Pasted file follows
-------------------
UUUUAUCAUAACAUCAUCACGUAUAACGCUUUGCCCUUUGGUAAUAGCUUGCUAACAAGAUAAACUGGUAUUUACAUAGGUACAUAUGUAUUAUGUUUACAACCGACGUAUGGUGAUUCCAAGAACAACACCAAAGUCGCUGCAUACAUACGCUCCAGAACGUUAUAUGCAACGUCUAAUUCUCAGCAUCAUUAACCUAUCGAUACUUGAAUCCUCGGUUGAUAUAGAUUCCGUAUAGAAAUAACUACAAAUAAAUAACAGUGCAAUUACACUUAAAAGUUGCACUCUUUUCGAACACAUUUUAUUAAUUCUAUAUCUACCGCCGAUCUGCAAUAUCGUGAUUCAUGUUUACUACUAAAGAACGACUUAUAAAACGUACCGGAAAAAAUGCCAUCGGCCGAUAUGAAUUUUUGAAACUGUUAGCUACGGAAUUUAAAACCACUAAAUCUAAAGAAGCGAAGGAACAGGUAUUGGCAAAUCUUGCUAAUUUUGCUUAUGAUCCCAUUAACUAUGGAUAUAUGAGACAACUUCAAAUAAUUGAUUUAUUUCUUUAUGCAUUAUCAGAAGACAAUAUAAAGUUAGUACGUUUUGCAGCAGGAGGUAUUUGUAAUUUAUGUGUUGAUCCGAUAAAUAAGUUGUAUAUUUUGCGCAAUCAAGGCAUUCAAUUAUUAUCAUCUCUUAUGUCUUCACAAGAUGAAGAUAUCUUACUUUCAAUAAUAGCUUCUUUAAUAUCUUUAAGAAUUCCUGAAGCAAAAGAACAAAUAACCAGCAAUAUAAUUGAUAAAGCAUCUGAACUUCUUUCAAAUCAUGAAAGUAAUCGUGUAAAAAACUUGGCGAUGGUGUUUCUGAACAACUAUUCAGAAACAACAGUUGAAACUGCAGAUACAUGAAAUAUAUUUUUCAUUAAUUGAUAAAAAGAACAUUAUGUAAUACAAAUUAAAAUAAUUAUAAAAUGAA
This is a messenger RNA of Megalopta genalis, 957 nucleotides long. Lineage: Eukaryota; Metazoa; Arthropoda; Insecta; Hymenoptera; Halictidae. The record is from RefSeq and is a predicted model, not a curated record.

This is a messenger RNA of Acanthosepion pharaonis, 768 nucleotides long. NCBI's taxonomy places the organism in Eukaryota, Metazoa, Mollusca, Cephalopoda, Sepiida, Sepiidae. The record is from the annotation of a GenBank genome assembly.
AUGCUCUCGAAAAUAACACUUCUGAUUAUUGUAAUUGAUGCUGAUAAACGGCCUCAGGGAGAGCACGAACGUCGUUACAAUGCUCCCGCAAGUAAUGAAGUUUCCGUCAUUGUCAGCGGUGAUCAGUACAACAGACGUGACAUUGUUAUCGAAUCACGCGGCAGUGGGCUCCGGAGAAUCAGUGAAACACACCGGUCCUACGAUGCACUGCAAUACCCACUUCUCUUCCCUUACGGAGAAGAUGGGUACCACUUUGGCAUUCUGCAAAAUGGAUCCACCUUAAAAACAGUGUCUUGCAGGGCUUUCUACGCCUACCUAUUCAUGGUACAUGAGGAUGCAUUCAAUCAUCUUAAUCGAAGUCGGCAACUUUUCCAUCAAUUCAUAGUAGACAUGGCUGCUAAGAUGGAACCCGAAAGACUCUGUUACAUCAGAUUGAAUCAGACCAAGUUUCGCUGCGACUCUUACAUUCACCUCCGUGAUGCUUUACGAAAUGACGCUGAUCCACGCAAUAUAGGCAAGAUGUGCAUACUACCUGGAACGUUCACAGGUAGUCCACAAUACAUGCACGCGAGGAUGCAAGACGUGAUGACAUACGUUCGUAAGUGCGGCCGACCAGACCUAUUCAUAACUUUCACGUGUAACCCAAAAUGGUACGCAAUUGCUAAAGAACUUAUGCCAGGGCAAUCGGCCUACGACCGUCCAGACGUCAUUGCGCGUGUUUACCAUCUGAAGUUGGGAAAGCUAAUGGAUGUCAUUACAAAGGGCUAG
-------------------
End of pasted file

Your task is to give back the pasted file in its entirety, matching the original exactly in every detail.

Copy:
UUUUAUCAUAACAUCAUCACGUAUAACGCUUUGCCCUUUGGUAAUAGCUUGCUAACAAGAUAAACUGGUAUUUACAUAGGUACAUAUGUAUUAUGUUUACAACCGACGUAUGGUGAUUCCAAGAACAACACCAAAGUCGCUGCAUACAUACGCUCCAGAACGUUAUAUGCAACGUCUAAUUCUCAGCAUCAUUAACCUAUCGAUACUUGAAUCCUCGGUUGAUAUAGAUUCCGUAUAGAAAUAACUACAAAUAAAUAACAGUGCAAUUACACUUAAAAGUUGCACUCUUUUCGAACACAUUUUAUUAAUUCUAUAUCUACCGCCGAUCUGCAAUAUCGUGAUUCAUGUUUACUACUAAAGAACGACUUAUAAAACGUACCGGAAAAAAUGCCAUCGGCCGAUAUGAAUUUUUGAAACUGUUAGCUACGGAAUUUAAAACCACUAAAUCUAAAGAAGCGAAGGAACAGGUAUUGGCAAAUCUUGCUAAUUUUGCUUAUGAUCCCAUUAACUAUGGAUAUAUGAGACAACUUCAAAUAAUUGAUUUAUUUCUUUAUGCAUUAUCAGAAGACAAUAUAAAGUUAGUACGUUUUGCAGCAGGAGGUAUUUGUAAUUUAUGUGUUGAUCCGAUAAAUAAGUUGUAUAUUUUGCGCAAUCAAGGCAUUCAAUUAUUAUCAUCUCUUAUGUCUUCACAAGAUGAAGAUAUCUUACUUUCAAUAAUAGCUUCUUUAAUAUCUUUAAGAAUUCCUGAAGCAAAAGAACAAAUAACCAGCAAUAUAAUUGAUAAAGCAUCUGAACUUCUUUCAAAUCAUGAAAGUAAUCGUGUAAAAAACUUGGCGAUGGUGUUUCUGAACAACUAUUCAGAAACAACAGUUGAAACUGCAGAUACAUGAAAUAUAUUUUUCAUUAAUUGAUAAAAAGAACAUUAUGUAAUACAAAUUAAAAUAAUUAUAAAAUGAA
This is a messenger RNA of Megalopta genalis, 957 nucleotides long. Lineage: Eukaryota; Metazoa; Arthropoda; Insecta; Hymenoptera; Halictidae. The record is from RefSeq and is a predicted model, not a curated record.

This is a messenger RNA of Acanthosepion pharaonis, 768 nucleotides long. NCBI's taxonomy places the organism in Eukaryota, Metazoa, Mollusca, Cephalopoda, Sepiida, Sepiidae. The record is from the annotation of a GenBank genome assembly.
AUGCUCUCGAAAAUAACACUUCUGAUUAUUGUAAUUGAUGCUGAUAAACGGCCUCAGGGAGAGCACGAACGUCGUUACAAUGCUCCCGCAAGUAAUGAAGUUUCCGUCAUUGUCAGCGGUGAUCAGUACAACAGACGUGACAUUGUUAUCGAAUCACGCGGCAGUGGGCUCCGGAGAAUCAGUGAAACACACCGGUCCUACGAUGCACUGCAAUACCCACUUCUCUUCCCUUACGGAGAAGAUGGGUACCACUUUGGCAUUCUGCAAAAUGGAUCCACCUUAAAAACAGUGUCUUGCAGGGCUUUCUACGCCUACCUAUUCAUGGUACAUGAGGAUGCAUUCAAUCAUCUUAAUCGAAGUCGGCAACUUUUCCAUCAAUUCAUAGUAGACAUGGCUGCUAAGAUGGAACCCGAAAGACUCUGUUACAUCAGAUUGAAUCAGACCAAGUUUCGCUGCGACUCUUACAUUCACCUCCGUGAUGCUUUACGAAAUGACGCUGAUCCACGCAAUAUAGGCAAGAUGUGCAUACUACCUGGAACGUUCACAGGUAGUCCACAAUACAUGCACGCGAGGAUGCAAGACGUGAUGACAUACGUUCGUAAGUGCGGCCGACCAGACCUAUUCAUAACUUUCACGUGUAACCCAAAAUGGUACGCAAUUGCUAAAGAACUUAUGCCAGGGCAAUCGGCCUACGACCGUCCAGACGUCAUUGCGCGUGUUUACCAUCUGAAGUUGGGAAAGCUAAUGGAUGUCAUUACAAAGGGCUAG